In every town in our travels that we encountered homeless folk — and that was pretty much every town in our travels — Ace seemed to feel the need to at least say hi, if not take a seat or lay down next to them.
I hesitate to add to all my previous anthropomorphizations — assuming that’s a word, and I spelled it right — but permit me one more unscientific human interpretation of my dog’s behavior.
Most dogs experts will tell you compassion is not in a dog’s emotional repertoire. But this is what I like, and tend, to believe:
I think he can sense when somebody needs a friend.
Posted by jwoestendiek June 13th, 2011 under Muttsblog.
Tags: ace, adults, america, animals, anthropomorphism, behavior, cats, chart, children, chipmunks, cows, crabs, creatures, curiosity, dog, dogs, ducks, fascination, females, forms, geese, graph, homeless people, horses, interaction, interest, males, observations, pets, rabbits, rate, rating, road trip, seagulls, social, society, species, squirrels, study, travels with ace, turtles, wildlife
If that one got you all worked up — what with all that high energy and yapping — here’s one to calm you down again.
Posted by jwoestendiek May 1st, 2011 under Muttsblog, videos.
Tags: animals, baby duck, behavior, dog, dogs, duck, ducks, ducks and dogs, funny, interaction, interspecies, pets, terrier, video
Humans need a play stance.
I came to this conclusion yesterday — adding yet another item to the list of things dogs do better than us – as Ace and I arrived for the first time at the only dog park in Winston-Salem proper (and Winston-Salem is pretty proper).
Being new and mostly friendless in the town in which we’ve decided to temporarily base ourselves, we left our quarters in the basement of a mansion and, for a little socialization, headed a couple miles down the road to Washington Park, where dogs can run and play in a fenced-in area.
Of course, Ace hardly romped at all. It being a new scene for him, his first priority was to give all things a good sniffing – other dogs included. But, on this day, he was more the sniffee than the sniffer.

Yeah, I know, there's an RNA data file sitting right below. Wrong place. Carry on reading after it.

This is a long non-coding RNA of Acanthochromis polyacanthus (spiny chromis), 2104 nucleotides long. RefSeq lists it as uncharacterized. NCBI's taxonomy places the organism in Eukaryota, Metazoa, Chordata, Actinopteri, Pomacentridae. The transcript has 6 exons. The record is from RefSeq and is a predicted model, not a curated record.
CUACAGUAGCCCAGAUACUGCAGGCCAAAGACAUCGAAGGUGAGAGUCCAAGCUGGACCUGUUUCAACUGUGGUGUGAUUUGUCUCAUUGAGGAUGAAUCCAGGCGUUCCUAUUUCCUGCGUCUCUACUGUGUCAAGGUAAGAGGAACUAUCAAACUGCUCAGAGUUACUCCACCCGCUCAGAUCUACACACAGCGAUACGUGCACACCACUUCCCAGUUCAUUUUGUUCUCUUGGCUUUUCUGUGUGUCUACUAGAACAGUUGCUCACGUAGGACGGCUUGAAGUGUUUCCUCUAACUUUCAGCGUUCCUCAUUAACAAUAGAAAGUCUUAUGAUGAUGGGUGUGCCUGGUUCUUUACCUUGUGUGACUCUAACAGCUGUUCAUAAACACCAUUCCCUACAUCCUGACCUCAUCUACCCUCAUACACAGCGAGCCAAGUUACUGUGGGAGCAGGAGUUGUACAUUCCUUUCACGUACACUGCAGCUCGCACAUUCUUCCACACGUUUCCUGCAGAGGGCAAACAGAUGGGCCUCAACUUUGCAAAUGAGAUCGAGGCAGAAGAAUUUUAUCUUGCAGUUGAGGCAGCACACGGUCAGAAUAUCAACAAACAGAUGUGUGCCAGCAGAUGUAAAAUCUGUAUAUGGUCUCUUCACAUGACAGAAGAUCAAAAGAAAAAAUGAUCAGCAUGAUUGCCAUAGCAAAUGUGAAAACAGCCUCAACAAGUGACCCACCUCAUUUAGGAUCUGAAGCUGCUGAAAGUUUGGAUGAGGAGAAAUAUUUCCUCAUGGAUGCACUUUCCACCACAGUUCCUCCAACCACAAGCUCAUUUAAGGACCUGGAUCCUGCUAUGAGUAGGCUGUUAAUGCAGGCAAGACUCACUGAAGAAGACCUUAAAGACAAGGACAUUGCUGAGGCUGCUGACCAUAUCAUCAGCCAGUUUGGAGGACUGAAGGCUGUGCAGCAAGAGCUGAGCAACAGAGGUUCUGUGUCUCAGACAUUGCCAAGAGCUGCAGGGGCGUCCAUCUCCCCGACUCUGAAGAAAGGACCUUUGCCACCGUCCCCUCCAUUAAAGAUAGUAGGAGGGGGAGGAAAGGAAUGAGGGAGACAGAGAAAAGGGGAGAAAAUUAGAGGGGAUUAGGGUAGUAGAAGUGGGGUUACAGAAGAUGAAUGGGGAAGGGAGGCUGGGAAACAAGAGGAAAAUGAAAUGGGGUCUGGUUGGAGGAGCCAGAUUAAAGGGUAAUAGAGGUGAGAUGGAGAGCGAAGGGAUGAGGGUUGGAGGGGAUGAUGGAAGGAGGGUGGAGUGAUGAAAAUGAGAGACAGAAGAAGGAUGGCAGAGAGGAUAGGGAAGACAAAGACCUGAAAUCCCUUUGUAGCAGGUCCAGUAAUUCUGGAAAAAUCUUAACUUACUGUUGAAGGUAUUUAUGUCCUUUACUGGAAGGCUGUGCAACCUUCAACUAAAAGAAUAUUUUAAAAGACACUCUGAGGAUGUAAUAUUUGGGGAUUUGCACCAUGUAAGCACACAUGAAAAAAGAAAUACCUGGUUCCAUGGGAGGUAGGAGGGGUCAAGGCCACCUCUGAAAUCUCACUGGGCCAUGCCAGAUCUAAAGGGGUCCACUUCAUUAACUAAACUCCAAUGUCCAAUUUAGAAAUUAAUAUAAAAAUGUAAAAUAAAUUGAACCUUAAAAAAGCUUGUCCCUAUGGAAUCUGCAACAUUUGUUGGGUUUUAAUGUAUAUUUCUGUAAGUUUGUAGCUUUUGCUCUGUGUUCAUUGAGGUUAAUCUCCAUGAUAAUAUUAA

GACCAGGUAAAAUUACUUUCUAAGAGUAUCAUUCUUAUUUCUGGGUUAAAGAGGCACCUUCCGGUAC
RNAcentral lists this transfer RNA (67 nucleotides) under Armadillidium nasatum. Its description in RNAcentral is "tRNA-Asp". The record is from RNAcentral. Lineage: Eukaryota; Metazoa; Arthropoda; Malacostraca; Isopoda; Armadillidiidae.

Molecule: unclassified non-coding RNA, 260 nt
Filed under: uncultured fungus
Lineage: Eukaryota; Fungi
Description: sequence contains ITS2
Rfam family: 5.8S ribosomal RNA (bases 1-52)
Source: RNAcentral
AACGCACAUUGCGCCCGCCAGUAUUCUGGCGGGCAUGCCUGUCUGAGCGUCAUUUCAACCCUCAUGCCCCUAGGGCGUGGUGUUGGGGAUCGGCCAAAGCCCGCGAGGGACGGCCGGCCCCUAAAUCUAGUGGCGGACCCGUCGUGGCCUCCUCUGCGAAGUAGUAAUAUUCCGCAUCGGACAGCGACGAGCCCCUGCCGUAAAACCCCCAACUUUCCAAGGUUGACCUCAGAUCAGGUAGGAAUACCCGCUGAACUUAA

The second I closed the gate behind us, five other dogs — realizing there was a new face — bounded over for a whiff, following so close behind his rear end that, when he stopped abruptly … well you know the rest.
Butts aside, it’s an intriguing thing to watch, this seeming welcome, and one I noticed often back at Ace’s old park in Baltimore. When a first-timer arrives, all the other dogs come over to give the new guy a sniff. To view that as an act of kindness is, of course, anthropomorphic. But still it’s kind of sweet.
This weekend, Ace — though he was used to being the dean of his old park — was the new kid on the block.
He courteously sniffed those who sniffed him, but was more interested in checking out the space, the water bowl and the humans than in playing with the other dogs. We’d been there a full hour before he even chased another dog — all of whom were playing energetically with each other.
Dee Dee, a beagle, and Bailey, a whippet mix, (both pictured atop this post) had great play stances and used them often: Butts pointed skyward, front legs stretched all the way out, heads lowered. It, in the canine world, is a universal signal, a way of saying “You don’t need to be afraid of me, this is all in good fun, it’s playtime, let’s go.”
I can think of no counterpart when it comes to human body language — no gesture or stance we have that is as easily noticeable and understood. The handshake? No, that’s just standard procedure, basic manners. Perhaps the one that came closest was the peace sign.
Rather than having a universal play stance, we resort to words, which often only make things more confusing. We try to make sense of subtle body language and interpret what we think are queues, neither of which we’re that good at, either.
All that could be resolved if we only had a human play stance — a position we could place our bodies in that signifies we’re open to getting to know a fellow human.